Editors Note: I debated whether it's too early for Christmas content. Our family just put our tree up - so I guess it's now fair game! This article was last updated 6th Nov 2021.
There are over 160 countries around the world that celebrate Christmas so there is a good chance that, wherever you live overseas, you will be surrounded by tinsel, lights and seasonal tunes, not to mention live nativity scenes.
Here in Ecuador, there’s no shortage of holiday activities to keep you busy; however, the festivities may not be what’s familiar and can leave you longing for the home you left behind. Here are my suggestions for keeping your Christmas spirit jolly while living in Ecuador.
1. Zoom Loved Ones On The Big Day
One of the hardest things about living abroad is not being with family and friends on special occasions. If you can’t be with them physically, how about catching up digitally? Zoom and other apps such as Skype and FaceTime allow you to keep up with the people you care about in a way that wasn’t possible technologically 20 years ago.
If you’re not using one of these apps already, download it on your phone, tablet, computer or smart TV and do a couple of test runs to make sure the sound and picture quality is good. If you’re not tech-savvy, ask a local friend who uses one of the programs to help you set up your system, or hire one of the many good Ecuadorian computer techs that have been recommended on local expat websites. It takes less than an hour.
Find a time that suits both parties for a quick chat on the big day (or another time around it) and do whatever makes you feel connected and together. My family is fond of teasing anyone who says anything snarky or attitudinal around the holidays with the oh-so-scary threat of “Santa is going to suck your present back up the chimney,” followed by different versions of sucking sounds.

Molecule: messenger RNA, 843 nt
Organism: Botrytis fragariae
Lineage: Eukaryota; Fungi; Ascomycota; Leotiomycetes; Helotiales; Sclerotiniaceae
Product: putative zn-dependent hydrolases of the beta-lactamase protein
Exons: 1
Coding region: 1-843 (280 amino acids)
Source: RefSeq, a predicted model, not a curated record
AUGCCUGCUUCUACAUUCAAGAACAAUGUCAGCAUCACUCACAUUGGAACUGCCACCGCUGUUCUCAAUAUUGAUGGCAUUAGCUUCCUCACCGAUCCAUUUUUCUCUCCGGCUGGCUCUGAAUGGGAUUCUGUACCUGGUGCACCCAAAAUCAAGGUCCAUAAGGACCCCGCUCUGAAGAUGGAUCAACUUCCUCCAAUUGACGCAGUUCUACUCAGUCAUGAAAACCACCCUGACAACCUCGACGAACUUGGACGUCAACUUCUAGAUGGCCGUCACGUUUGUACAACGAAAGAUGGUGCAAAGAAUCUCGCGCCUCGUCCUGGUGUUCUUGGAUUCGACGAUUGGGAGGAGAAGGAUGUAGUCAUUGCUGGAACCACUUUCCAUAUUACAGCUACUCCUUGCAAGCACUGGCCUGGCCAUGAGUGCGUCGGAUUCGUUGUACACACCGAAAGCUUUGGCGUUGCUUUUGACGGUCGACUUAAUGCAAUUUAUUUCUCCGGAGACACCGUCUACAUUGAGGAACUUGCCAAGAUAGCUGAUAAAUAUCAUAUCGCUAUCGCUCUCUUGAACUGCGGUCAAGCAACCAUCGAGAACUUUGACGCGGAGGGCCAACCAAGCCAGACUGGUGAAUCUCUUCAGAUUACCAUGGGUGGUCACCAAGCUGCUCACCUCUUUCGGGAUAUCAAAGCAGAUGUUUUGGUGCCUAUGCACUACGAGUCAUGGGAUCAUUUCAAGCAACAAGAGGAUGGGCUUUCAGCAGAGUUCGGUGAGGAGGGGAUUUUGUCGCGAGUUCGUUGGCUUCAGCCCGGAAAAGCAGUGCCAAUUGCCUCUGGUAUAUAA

2. Track Down or Make Your Favorite Food
For some people, Christmas is about togetherness. For others, it’s about presents. And for a lot of us, it’s all about the food. We crave the special dishes that are made only at Christmas time – sugar cookies shaped like reindeer, a certain marinade for the turkey, the holiday punch that packs a punch. It’s important not to underestimate how important seasonal snacks are to your Christmas well-being.
That stated, sometimes it’s hard to find your favorite holiday foods in Ecuador, depending on your traditions, or the exact ingredients you need to make what you love. This is where you either think ahead and ask someone to mule in certain items for your culinary whims or you go out on a limb and substitute with some local ingredients.
My personal quest this year is to make peanut brittle with all Ecuadorian ingredients. I have fond memories of my mother (and her mother before her) making brittle on the stove, stirring continuously until the sugar in the brittle spins a thread, adding the nuts, pouring it onto a buttered countertop, and stretching the hot brittle into its final shape so you can crack it when it’s cool.
3. Throw Yourself Into Local Christmas Traditions